5.The Defendant pay the Second Plaintiff's costs to be assessed with the exception of the costs of one day's hearing.

6.The Defendant pay interest on $48,000 to the First Plaintiff at the rate of 2% per annum for three years.

7.The Defendant pay interest on $12,000 to the Second Plaintiff at the rate of 2% per annum for three years.

8.The Third Plaintiff pay the Defendant's costs as are referable to the Third Plaintiff (but fixed at one quarter) of the total costs of the action, including the trial, to be assessed."

[16]  Mr Favell, who appears for the publisher, no longer advances the argument that a right of appeal lies under s 118(2) of the Act because the dissatisfied party is entitled to add together the judgment sums involving both the first and second respondents before it is determined whether the amount or matter at issue exceeds the $50,000 limit.

[17]  The final judgment in favour of the second respondent of $12,000 damages, even with interest and costs added, does not exceed $50,000.  Mr Favell submits, however, that although the $48,000 damages award to the first respondent was below the Magistrates Courts jurisdictional limit, once interest and costs are added, judgment has been given "for an amount"[3] or is "in relation to a matter in issue with a value equal to or more than the Magistrates Courts jurisdictional limit".[4]

[18]  In Johns v Johns[5] the Queensland Full Court considered a provision similar to s 118[6] and determined that interest was not to be taken into account in deciding whether the sum sued for exceeded the jurisdictional limit, referring with approval to Turley v Saffin;[7] jurisdiction is determined by the amount claimed, whilst interest is something additional and does not result in the judgment being given for a sum in excess of the legislative limit.[8]  Subject to what is said later in these reasons, a similar observation may be made as to costs.[9]

[19]  Consistent with the approach in Johns v Johns, the civil monetary jurisdiction of Magistrates Courts is $50,000 exclusive of interest and costs.  The judgment given in favour of the first respondent of $48,000 plus interest and costs was therefore within the jurisdictional limit of the Magistrates Court. This approach seems generally consistent with that taken in the interpretation of s 118(2)(b) of the Act in Woodman v Maher.[10] It follows that the judgment in favour of the first respondent was not given "for an amount" or "in relation to a matter at issue with a value equal to or more than the Magistrates Courts jurisdictional limit".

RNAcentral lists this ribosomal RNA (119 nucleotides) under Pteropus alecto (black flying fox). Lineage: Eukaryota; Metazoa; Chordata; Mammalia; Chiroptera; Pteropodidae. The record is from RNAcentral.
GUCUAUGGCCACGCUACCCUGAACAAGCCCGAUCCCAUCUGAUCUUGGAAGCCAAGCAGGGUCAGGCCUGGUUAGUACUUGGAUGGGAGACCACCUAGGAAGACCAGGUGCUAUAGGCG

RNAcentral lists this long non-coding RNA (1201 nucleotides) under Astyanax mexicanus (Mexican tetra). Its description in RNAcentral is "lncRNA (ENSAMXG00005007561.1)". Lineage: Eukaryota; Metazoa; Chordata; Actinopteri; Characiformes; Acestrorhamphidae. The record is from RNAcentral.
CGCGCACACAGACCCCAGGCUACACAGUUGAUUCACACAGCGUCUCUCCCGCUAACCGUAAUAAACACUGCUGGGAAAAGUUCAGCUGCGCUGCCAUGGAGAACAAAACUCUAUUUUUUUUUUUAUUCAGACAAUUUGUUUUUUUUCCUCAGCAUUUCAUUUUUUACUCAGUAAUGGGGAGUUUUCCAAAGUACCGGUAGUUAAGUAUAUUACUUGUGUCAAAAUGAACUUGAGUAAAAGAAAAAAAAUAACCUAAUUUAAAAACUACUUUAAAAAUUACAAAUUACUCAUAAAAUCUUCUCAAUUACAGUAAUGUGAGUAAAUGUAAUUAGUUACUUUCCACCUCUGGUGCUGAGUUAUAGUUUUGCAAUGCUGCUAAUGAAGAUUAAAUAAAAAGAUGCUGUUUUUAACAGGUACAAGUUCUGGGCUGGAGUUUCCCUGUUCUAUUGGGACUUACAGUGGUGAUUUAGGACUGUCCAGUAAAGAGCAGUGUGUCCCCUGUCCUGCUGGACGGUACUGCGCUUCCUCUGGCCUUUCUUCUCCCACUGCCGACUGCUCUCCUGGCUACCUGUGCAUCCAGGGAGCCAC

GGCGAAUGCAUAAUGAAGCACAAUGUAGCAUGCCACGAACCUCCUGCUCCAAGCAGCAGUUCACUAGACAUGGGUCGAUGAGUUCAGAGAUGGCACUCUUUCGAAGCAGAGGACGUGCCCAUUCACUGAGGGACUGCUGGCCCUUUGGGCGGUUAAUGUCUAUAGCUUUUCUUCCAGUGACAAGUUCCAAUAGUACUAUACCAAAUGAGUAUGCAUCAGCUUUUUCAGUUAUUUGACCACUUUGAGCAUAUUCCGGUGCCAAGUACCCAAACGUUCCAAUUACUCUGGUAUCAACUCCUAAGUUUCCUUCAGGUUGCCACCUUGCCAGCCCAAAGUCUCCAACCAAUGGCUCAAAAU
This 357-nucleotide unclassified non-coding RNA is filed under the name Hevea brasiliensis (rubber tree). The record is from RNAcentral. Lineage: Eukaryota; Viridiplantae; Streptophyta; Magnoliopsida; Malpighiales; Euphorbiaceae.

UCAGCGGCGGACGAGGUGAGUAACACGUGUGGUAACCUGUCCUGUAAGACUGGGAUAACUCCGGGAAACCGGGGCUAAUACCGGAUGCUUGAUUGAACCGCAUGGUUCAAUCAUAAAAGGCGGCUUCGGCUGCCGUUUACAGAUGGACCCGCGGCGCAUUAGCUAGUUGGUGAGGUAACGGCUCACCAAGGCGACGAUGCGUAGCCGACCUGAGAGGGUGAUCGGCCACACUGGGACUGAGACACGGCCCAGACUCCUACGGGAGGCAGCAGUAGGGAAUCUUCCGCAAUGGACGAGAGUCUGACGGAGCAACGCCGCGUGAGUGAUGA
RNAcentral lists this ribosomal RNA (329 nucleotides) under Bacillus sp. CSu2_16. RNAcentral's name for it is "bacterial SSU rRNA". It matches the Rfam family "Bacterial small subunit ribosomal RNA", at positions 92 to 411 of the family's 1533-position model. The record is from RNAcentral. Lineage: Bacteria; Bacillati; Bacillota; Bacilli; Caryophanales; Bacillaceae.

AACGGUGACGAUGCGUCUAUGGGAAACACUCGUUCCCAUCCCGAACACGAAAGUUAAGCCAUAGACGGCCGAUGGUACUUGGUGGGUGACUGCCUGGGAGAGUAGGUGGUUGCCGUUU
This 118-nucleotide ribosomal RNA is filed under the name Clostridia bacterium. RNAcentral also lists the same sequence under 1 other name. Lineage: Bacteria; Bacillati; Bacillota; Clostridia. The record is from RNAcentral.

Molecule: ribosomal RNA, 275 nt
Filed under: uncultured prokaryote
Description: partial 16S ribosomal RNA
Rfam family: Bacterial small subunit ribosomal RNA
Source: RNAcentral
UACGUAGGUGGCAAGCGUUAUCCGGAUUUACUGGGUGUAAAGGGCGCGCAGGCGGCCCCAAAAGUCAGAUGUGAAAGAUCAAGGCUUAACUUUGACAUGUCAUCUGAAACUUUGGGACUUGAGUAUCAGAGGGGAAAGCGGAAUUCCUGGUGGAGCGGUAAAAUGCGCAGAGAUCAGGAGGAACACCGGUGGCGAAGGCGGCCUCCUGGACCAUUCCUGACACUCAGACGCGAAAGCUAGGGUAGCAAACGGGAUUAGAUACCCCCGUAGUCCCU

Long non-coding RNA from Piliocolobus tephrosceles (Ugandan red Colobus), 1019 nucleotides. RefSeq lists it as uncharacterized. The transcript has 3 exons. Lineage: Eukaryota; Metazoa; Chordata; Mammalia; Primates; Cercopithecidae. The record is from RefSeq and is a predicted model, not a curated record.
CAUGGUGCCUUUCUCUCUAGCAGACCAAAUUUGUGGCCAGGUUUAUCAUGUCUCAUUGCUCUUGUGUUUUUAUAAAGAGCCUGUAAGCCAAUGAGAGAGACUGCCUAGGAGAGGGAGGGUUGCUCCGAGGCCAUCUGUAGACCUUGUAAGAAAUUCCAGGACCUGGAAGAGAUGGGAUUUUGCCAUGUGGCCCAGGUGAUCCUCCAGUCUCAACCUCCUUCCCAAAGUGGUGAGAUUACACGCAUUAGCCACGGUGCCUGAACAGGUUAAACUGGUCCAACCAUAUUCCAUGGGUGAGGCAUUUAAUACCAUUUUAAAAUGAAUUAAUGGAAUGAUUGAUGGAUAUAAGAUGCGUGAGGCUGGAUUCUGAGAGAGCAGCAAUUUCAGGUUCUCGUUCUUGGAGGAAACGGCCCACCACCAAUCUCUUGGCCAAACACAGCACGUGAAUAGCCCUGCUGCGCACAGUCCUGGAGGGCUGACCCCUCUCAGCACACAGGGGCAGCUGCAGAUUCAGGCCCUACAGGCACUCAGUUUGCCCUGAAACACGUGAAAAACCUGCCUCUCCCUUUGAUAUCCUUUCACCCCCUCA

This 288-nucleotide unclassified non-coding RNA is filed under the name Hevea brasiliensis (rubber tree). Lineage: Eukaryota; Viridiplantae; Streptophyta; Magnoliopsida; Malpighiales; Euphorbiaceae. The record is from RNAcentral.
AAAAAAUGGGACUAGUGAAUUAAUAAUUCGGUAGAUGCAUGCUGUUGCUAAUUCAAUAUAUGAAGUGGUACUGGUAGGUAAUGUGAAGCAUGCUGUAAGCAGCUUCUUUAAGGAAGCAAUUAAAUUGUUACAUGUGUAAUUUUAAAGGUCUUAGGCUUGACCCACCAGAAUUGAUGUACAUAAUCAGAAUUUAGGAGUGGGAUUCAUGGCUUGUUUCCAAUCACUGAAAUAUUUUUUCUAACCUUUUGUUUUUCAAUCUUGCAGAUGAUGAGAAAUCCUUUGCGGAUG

[20]  This interpretation is not without problems because, unlike the position in the Supreme Court where leave is required to appeal from a costs order,[11] s 118(2) gives a party a right of appeal from an order for costs which is a final judgment, if the amount of the costs order exceeds the jurisdictional limit.  That inconsistency seems irrational and may justify legislative intervention.[12]  There is no suggestion, here, however that the costs order against either respondent equalled or exceeded $50,000 and the publisher does not purport to appeal specifically from any costs order.

[21]  As the judgment in favour of each respondent, excluding interest and costs, is not equal to or more than the Magistrates Court jurisdictional limit, the publisher requires leave to appeal under s 118(3) District Court Act 1967 (Qld).

Should leave to appeal be given?

[22]  The next issue is whether the publisher has established grounds justifying the grant of leave to appeal.  This warrants some consideration of the grounds of appeal sought to be pursued.

(a)Was the article capable of being defamatory?

[23]  Mr Favell contends that there was no evidence that any person who read the December 1998 article believed from any source that the second respondent, or the Van Riets collectively, were responsible for the interior design of the living and dining areas of their home.